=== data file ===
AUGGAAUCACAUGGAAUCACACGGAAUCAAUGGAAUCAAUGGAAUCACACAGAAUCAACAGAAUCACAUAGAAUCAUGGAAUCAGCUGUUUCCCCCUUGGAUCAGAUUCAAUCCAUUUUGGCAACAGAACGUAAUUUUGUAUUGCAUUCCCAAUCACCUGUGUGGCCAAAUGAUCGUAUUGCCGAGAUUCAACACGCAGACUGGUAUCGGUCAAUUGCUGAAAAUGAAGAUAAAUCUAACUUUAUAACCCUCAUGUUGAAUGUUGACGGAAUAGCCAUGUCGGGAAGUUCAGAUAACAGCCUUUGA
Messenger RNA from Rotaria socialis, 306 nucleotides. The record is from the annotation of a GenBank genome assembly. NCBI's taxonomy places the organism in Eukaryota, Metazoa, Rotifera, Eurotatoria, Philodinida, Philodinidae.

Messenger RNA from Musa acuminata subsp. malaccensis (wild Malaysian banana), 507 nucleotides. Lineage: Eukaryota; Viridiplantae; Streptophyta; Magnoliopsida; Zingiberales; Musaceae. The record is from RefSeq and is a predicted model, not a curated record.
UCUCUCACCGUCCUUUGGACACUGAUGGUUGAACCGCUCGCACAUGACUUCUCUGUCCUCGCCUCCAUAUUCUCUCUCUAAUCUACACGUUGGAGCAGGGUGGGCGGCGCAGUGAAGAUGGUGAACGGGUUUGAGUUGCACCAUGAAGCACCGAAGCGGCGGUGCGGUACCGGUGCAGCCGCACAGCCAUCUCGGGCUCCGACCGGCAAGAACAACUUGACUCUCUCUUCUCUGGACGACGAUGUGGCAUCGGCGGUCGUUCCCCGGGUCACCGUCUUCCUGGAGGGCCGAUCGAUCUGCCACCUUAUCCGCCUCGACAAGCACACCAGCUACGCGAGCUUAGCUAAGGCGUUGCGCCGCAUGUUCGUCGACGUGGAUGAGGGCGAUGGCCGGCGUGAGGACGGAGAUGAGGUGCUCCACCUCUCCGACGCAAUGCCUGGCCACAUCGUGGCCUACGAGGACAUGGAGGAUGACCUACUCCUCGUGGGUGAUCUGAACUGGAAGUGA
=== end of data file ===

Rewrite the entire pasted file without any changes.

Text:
AUGGAAUCACAUGGAAUCACACGGAAUCAAUGGAAUCAAUGGAAUCACACAGAAUCAACAGAAUCACAUAGAAUCAUGGAAUCAGCUGUUUCCCCCUUGGAUCAGAUUCAAUCCAUUUUGGCAACAGAACGUAAUUUUGUAUUGCAUUCCCAAUCACCUGUGUGGCCAAAUGAUCGUAUUGCCGAGAUUCAACACGCAGACUGGUAUCGGUCAAUUGCUGAAAAUGAAGAUAAAUCUAACUUUAUAACCCUCAUGUUGAAUGUUGACGGAAUAGCCAUGUCGGGAAGUUCAGAUAACAGCCUUUGA
Messenger RNA from Rotaria socialis, 306 nucleotides. The record is from the annotation of a GenBank genome assembly. NCBI's taxonomy places the organism in Eukaryota, Metazoa, Rotifera, Eurotatoria, Philodinida, Philodinidae.

Messenger RNA from Musa acuminata subsp. malaccensis (wild Malaysian banana), 507 nucleotides. Lineage: Eukaryota; Viridiplantae; Streptophyta; Magnoliopsida; Zingiberales; Musaceae. The record is from RefSeq and is a predicted model, not a curated record.
UCUCUCACCGUCCUUUGGACACUGAUGGUUGAACCGCUCGCACAUGACUUCUCUGUCCUCGCCUCCAUAUUCUCUCUCUAAUCUACACGUUGGAGCAGGGUGGGCGGCGCAGUGAAGAUGGUGAACGGGUUUGAGUUGCACCAUGAAGCACCGAAGCGGCGGUGCGGUACCGGUGCAGCCGCACAGCCAUCUCGGGCUCCGACCGGCAAGAACAACUUGACUCUCUCUUCUCUGGACGACGAUGUGGCAUCGGCGGUCGUUCCCCGGGUCACCGUCUUCCUGGAGGGCCGAUCGAUCUGCCACCUUAUCCGCCUCGACAAGCACACCAGCUACGCGAGCUUAGCUAAGGCGUUGCGCCGCAUGUUCGUCGACGUGGAUGAGGGCGAUGGCCGGCGUGAGGACGGAGAUGAGGUGCUCCACCUCUCCGACGCAAUGCCUGGCCACAUCGUGGCCUACGAGGACAUGGAGGAUGACCUACUCCUCGUGGGUGAUCUGAACUGGAAGUGA